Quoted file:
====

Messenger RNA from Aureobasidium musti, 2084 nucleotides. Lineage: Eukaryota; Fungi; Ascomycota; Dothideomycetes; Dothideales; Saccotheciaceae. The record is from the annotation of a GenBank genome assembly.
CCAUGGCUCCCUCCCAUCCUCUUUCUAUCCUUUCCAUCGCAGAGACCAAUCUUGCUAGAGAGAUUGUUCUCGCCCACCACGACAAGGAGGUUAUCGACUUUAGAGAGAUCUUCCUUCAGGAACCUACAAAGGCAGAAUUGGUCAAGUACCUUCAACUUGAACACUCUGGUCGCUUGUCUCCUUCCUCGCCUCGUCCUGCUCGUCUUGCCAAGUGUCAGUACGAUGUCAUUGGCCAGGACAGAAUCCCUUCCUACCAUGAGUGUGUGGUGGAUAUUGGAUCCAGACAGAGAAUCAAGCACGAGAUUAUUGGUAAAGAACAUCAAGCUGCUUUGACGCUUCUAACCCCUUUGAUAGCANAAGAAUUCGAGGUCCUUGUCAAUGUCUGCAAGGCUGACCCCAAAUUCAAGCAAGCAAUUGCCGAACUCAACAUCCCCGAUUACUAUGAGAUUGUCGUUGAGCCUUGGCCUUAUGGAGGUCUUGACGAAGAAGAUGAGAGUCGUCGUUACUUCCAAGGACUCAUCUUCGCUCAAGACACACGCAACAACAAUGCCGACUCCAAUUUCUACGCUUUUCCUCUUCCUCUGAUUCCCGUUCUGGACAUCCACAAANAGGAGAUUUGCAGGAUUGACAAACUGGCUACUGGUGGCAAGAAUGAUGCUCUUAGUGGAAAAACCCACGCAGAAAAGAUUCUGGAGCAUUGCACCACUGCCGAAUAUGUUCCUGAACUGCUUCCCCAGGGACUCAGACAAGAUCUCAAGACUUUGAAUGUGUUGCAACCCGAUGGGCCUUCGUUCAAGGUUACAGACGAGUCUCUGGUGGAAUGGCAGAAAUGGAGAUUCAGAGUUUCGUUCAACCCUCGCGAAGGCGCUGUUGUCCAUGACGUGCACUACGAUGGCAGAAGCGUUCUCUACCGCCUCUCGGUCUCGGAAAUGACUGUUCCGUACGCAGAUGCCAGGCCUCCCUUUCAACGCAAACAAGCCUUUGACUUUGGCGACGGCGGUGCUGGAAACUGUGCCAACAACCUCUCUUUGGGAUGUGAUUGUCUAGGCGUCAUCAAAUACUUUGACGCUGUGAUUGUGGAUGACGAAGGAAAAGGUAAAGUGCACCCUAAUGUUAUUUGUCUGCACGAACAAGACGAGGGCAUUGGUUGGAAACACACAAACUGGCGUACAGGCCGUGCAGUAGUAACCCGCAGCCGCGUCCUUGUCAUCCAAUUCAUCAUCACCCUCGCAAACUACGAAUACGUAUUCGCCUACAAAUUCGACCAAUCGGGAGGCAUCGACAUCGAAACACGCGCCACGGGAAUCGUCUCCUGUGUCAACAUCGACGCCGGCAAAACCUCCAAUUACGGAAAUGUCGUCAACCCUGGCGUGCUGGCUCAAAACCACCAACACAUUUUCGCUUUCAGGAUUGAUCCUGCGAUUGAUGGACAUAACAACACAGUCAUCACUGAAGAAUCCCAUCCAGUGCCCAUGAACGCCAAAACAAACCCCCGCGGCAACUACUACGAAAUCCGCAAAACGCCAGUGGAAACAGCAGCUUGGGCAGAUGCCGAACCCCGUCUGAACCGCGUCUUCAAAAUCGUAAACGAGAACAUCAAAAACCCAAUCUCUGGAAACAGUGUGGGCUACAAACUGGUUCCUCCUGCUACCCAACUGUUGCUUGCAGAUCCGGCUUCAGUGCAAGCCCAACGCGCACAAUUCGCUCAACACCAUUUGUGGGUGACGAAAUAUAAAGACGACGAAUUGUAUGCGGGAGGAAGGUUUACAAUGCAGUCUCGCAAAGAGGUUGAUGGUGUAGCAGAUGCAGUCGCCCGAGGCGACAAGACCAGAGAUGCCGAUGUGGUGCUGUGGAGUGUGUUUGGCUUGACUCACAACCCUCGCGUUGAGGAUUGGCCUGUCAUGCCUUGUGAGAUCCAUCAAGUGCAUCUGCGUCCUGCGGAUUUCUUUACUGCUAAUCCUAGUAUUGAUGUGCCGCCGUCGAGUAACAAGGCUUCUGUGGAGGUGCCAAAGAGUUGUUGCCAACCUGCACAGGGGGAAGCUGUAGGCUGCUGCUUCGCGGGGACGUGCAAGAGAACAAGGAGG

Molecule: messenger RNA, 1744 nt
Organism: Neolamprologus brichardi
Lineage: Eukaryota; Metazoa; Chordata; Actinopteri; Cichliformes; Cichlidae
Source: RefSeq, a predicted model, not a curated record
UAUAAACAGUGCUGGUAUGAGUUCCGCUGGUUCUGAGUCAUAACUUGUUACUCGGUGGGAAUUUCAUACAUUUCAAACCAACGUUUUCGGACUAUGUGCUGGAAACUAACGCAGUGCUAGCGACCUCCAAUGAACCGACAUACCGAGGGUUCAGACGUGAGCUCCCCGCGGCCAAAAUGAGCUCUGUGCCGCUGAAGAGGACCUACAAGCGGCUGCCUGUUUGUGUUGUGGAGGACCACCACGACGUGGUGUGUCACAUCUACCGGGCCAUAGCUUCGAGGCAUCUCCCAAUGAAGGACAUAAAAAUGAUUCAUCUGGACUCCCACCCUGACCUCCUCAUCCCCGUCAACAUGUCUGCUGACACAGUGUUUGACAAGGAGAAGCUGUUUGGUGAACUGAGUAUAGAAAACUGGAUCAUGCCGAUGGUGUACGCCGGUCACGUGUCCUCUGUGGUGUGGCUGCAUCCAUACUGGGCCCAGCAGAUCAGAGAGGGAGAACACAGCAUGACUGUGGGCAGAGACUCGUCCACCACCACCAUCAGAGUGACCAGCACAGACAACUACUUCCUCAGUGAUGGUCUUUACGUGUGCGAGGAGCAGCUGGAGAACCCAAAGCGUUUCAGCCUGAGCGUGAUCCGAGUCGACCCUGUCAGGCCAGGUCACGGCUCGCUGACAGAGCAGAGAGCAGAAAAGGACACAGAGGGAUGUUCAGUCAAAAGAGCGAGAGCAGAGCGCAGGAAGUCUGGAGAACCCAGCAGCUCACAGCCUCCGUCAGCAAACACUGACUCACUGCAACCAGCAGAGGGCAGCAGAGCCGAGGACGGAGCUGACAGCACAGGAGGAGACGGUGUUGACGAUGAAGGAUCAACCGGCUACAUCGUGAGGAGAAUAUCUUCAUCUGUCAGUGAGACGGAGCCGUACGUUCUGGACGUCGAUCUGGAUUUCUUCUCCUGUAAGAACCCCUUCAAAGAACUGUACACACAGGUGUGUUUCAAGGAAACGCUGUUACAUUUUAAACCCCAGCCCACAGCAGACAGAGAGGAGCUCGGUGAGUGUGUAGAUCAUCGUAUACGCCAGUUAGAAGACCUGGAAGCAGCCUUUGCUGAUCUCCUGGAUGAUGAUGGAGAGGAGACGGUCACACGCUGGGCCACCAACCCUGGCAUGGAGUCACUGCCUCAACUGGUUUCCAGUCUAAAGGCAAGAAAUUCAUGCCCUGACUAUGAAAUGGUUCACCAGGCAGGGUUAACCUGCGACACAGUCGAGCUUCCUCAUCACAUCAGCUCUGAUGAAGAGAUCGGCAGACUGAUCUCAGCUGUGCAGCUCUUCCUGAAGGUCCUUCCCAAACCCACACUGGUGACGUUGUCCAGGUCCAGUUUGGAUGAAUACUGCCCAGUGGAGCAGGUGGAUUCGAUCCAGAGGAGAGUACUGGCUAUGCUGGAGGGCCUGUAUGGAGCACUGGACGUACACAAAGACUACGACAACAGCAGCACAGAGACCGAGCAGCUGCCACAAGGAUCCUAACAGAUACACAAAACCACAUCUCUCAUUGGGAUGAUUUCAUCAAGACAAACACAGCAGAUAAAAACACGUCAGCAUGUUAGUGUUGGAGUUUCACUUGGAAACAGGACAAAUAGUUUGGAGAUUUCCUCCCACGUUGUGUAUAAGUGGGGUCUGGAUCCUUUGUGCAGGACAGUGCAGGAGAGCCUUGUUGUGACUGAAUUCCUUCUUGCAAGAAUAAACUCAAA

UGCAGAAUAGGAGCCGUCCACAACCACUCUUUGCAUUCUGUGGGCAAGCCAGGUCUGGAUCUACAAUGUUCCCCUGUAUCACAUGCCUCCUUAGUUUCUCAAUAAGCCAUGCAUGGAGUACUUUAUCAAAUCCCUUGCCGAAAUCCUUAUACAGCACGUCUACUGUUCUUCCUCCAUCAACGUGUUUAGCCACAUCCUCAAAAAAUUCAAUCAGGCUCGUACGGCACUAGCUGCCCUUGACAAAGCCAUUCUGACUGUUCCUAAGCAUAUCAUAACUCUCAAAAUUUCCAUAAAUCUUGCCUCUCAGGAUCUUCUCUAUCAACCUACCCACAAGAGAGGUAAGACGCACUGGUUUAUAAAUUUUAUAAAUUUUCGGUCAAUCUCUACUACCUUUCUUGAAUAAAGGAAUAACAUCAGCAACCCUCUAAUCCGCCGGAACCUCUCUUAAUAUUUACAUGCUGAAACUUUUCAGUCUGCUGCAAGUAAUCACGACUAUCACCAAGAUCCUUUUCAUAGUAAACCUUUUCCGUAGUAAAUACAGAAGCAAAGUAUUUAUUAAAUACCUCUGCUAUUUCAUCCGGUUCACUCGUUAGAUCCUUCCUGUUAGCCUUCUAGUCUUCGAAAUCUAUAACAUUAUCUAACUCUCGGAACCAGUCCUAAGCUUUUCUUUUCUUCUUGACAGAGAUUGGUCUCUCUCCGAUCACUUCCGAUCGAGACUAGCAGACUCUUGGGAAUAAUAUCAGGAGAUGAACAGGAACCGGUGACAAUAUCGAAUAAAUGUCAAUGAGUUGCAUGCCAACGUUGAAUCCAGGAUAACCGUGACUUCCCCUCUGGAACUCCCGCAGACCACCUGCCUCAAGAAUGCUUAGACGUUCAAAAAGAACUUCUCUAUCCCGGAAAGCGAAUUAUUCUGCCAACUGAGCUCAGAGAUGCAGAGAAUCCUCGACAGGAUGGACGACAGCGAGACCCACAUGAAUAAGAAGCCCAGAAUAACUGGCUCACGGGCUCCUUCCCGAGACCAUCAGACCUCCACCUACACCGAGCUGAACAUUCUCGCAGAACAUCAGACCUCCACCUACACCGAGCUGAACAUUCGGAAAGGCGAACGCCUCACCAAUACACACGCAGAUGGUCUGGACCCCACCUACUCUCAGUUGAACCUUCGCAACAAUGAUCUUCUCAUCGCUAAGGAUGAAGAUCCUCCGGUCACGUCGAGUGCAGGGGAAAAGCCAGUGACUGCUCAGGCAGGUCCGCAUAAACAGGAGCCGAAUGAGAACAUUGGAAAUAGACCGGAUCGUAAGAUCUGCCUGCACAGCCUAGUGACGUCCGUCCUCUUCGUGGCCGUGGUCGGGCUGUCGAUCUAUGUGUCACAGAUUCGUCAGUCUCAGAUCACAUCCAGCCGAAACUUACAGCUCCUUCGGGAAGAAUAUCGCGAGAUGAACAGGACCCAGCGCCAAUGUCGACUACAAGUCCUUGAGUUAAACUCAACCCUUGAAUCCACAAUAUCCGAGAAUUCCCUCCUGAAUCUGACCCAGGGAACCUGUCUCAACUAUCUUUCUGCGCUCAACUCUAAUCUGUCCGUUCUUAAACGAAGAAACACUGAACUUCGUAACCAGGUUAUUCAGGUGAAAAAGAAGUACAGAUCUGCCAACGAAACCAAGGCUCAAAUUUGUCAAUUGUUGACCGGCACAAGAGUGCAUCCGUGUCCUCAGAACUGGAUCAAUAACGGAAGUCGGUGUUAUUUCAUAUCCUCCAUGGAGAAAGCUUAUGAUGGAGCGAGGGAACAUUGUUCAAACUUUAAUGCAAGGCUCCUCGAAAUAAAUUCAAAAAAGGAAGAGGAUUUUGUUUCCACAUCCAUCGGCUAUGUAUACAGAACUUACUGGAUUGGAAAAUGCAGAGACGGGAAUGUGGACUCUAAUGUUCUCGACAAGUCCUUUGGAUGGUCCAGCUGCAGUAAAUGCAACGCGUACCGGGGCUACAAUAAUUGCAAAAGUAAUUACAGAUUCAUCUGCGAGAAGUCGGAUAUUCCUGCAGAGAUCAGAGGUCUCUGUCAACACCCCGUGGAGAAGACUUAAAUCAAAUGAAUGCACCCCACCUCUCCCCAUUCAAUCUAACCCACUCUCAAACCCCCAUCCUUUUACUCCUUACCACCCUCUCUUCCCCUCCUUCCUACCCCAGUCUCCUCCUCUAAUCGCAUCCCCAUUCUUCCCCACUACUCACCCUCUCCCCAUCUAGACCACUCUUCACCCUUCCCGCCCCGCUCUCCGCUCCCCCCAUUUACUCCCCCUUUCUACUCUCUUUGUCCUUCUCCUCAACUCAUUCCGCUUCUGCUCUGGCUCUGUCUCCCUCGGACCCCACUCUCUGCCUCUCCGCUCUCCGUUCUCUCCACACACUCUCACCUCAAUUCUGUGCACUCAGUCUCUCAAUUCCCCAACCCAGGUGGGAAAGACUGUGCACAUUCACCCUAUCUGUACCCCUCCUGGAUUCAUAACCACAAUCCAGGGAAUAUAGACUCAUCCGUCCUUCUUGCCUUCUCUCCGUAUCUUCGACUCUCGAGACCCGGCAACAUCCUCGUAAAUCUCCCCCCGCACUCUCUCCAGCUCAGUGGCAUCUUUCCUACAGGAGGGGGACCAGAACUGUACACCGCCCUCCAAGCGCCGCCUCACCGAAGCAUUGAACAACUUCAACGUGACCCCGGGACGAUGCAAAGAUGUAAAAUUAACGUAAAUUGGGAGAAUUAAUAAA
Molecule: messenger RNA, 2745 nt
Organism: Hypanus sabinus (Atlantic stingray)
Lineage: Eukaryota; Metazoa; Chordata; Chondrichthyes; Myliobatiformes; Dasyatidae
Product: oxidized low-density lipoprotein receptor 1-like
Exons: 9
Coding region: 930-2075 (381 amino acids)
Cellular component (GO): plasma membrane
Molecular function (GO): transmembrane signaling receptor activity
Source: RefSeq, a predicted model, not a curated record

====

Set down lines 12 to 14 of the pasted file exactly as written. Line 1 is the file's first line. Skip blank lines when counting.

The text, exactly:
Product: oxidized low-density lipoprotein receptor 1-like
Exons: 9
Coding region: 930-2075 (381 amino acids)